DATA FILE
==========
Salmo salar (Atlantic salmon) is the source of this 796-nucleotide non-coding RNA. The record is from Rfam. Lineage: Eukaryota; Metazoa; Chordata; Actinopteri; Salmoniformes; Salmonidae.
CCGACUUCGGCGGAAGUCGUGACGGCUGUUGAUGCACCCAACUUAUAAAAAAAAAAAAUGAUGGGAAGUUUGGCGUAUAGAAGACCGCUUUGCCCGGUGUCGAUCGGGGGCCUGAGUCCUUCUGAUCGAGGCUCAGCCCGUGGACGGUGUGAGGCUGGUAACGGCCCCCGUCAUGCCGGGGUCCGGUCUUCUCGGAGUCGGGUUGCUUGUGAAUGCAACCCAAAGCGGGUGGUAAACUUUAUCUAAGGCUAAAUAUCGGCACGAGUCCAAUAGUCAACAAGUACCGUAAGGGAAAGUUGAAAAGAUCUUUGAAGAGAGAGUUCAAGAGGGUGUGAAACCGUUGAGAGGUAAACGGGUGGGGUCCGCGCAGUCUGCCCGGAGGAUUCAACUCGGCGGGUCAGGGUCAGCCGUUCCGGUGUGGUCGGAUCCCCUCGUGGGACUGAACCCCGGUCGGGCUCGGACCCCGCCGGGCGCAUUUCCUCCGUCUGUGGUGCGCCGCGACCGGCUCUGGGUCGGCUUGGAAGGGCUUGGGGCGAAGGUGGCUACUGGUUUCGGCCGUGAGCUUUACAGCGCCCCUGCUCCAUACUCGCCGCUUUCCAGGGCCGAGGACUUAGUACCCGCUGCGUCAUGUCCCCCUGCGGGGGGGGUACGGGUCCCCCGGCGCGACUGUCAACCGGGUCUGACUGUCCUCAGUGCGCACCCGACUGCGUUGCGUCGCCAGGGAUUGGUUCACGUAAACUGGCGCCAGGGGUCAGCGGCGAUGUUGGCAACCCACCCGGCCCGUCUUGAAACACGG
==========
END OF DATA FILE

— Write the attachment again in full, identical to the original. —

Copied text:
Salmo salar (Atlantic salmon) is the source of this 796-nucleotide non-coding RNA. The record is from Rfam. Lineage: Eukaryota; Metazoa; Chordata; Actinopteri; Salmoniformes; Salmonidae.
CCGACUUCGGCGGAAGUCGUGACGGCUGUUGAUGCACCCAACUUAUAAAAAAAAAAAAUGAUGGGAAGUUUGGCGUAUAGAAGACCGCUUUGCCCGGUGUCGAUCGGGGGCCUGAGUCCUUCUGAUCGAGGCUCAGCCCGUGGACGGUGUGAGGCUGGUAACGGCCCCCGUCAUGCCGGGGUCCGGUCUUCUCGGAGUCGGGUUGCUUGUGAAUGCAACCCAAAGCGGGUGGUAAACUUUAUCUAAGGCUAAAUAUCGGCACGAGUCCAAUAGUCAACAAGUACCGUAAGGGAAAGUUGAAAAGAUCUUUGAAGAGAGAGUUCAAGAGGGUGUGAAACCGUUGAGAGGUAAACGGGUGGGGUCCGCGCAGUCUGCCCGGAGGAUUCAACUCGGCGGGUCAGGGUCAGCCGUUCCGGUGUGGUCGGAUCCCCUCGUGGGACUGAACCCCGGUCGGGCUCGGACCCCGCCGGGCGCAUUUCCUCCGUCUGUGGUGCGCCGCGACCGGCUCUGGGUCGGCUUGGAAGGGCUUGGGGCGAAGGUGGCUACUGGUUUCGGCCGUGAGCUUUACAGCGCCCCUGCUCCAUACUCGCCGCUUUCCAGGGCCGAGGACUUAGUACCCGCUGCGUCAUGUCCCCCUGCGGGGGGGGUACGGGUCCCCCGGCGCGACUGUCAACCGGGUCUGACUGUCCUCAGUGCGCACCCGACUGCGUUGCGUCGCCAGGGAUUGGUUCACGUAAACUGGCGCCAGGGGUCAGCGGCGAUGUUGGCAACCCACCCGGCCCGUCUUGAAACACGG